The limiter always comes at the end of the processing chain and its job is to make sure that the audio is never allowed to clip. In fact, if you’re planning on releasing your music as MP3s, it is a good idea to set the limiter to prevent anything exceeding -2dB (Digital Full Scale or DFS), as the MP3 conversion process can sometimes add a dB or two of level. If your audio file is allowed to peak at 0dB DFS, then clipping could occur when you convert to MP3. I’ll come back to the other limiter settings in a moment.

Before the limiter comes your compressor and the job of a compressor is to reduce the level of sounds exceeding a certain threshold level. In other words, it automatically turns down the ‘too loud’ bits. When mixing a song, compression is often used on individual tracks where you’d normally set the threshold to allow the signal to reach a moderately high level before the compressor steps in to control it. At the mastering stage, we set the compressor rather differently.

As the character of a complete mix is likely to change more than that of say, a single track such as a vocal part, a compressor with an Auto Release setting is ideal as this can adapt to the way the dynamics of the song change. If there is no Auto Release option, then set a 200 to 400mS release time. The attack time should be set fairly fast but not so fast as to kill transient detail. A setting of maybe 20 to 50mS will suit most material.

If on the other hand your compressor also has an Auto Attack setting then try that but always rely on your ears, not on what the dials tell you. Unless producing dance music where you want to hear the compressor pumping, the real secret to mastering compression is to use a very low compression ratio, typically around 1.2:1, and then to adjust the threshold while watching the compressor’s gain reduction meter so that you get a maximum gain reduction of between 6dB and 12dB depending on the type of music. This usually means setting quite a low threshold. Rock, Indie and dance music can usually stand more compression than singer/songwriter music but use your ears to decide what works.

“Using a low ratio, low threshold compressor setting squashes most of the dynamic range of the mix very gently rather than just squashing the highest peaks by a lot.”

Using a low ratio, low threshold compressor setting squashes most of the dynamic range of the mix very gently rather than just squashing the highest peaks by a lot. In other words, lower level sounds are made to sound a little louder than before and high level sounds are pulled down, but in a fairly subtle way. Use the compressor’s make-up gain (sometimes called output gain) to bring the peak signal level back to where it was before and you’ll find your mix sounds a fair bit louder.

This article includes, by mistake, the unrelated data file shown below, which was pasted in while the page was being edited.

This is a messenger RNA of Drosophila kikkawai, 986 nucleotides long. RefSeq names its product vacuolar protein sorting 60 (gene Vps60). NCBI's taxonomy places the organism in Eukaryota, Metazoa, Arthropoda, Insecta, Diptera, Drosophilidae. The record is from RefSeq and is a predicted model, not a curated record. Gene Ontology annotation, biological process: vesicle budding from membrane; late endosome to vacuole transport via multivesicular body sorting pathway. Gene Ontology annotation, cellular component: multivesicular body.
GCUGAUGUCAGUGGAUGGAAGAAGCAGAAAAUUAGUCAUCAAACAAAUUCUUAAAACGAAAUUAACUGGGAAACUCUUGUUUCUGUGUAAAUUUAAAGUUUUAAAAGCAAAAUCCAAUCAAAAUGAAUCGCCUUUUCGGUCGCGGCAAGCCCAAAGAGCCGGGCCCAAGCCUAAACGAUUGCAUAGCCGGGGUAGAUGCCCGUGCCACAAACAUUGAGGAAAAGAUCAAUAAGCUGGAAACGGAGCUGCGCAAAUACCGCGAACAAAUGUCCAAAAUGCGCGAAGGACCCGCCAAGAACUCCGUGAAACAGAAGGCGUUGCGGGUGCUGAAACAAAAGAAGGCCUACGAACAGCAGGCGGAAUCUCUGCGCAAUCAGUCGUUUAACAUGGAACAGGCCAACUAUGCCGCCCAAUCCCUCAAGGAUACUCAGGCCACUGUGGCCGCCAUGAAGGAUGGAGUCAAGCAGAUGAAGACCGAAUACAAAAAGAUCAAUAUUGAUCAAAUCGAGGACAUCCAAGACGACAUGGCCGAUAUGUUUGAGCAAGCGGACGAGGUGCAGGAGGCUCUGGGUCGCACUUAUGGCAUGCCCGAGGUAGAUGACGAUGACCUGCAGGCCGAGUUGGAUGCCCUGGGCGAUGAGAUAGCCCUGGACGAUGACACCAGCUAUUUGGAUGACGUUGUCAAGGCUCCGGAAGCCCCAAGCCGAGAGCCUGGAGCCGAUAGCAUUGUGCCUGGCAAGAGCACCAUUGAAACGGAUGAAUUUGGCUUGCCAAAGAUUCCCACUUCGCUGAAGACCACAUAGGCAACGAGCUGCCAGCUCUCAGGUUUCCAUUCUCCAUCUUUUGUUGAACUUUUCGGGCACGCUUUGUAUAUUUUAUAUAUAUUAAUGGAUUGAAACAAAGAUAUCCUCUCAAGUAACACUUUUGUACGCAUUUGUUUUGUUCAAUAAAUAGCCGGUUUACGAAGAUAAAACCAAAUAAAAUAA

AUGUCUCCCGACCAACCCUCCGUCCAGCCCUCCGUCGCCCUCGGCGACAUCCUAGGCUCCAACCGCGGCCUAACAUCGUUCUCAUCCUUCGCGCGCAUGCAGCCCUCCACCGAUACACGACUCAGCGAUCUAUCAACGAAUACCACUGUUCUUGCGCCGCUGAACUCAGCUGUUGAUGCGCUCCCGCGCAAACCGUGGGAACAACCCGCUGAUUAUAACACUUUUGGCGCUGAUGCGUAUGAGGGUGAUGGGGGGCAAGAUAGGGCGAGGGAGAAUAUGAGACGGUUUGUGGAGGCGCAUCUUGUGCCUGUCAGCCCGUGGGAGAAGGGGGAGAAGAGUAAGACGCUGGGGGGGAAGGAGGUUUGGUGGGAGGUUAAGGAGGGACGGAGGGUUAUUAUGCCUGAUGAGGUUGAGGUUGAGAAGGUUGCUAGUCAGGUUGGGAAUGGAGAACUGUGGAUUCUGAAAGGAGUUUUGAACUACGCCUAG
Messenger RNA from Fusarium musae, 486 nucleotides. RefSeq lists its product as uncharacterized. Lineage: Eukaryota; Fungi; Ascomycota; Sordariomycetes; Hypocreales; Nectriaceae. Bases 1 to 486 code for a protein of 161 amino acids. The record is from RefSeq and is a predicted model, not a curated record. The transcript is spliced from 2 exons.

The Limiting Factor
Now comes our limiter, the job of which is to pull down the level of the very highest peaks by just a few dBs, typically 2dB to 6dB, again depending on the type of music. Limiters act very quickly, so nothing should ever exceed the output level you set using the limiter’s threshold control. As mentioned earlier, if you’re planning on making MP3s, set the limiter threshold to around -2dB.

Simply increase the input gain on the limiter until the gain reduction meter shows activity only on the highest peaks, such as loud snare hits and that’s it. As with compression, for every dB of limiting applied, you claw back one dB in level increase so using the combined compressor and limiter approach as described, your mix should sound much louder and more dense than it did before processing.


Using EQ to fix your mix
If your mix was good in the first place then you shouldn’t need much EQ. But if the mix lacks life, try a couple of dBs of 7kHz shelving boost to add ‘air’. If the mids sound boxy apply a couple of dBs of cut at around 200 to 250Hz. A spectrum analyser plug-in can be useful as it will show you if you have any obvious bumps or dips in the response, which for a typical pop mix, should drop away below 30Hz with a maximum at around 100Hz, falling away smoothly towards the top of the audio spectrum. Excessive sub bass (low frequency signals that flap your speakers and use up headroom but aren’t audible) can be tamed using an 18dB/octave high-pass filter set to around 30Hz.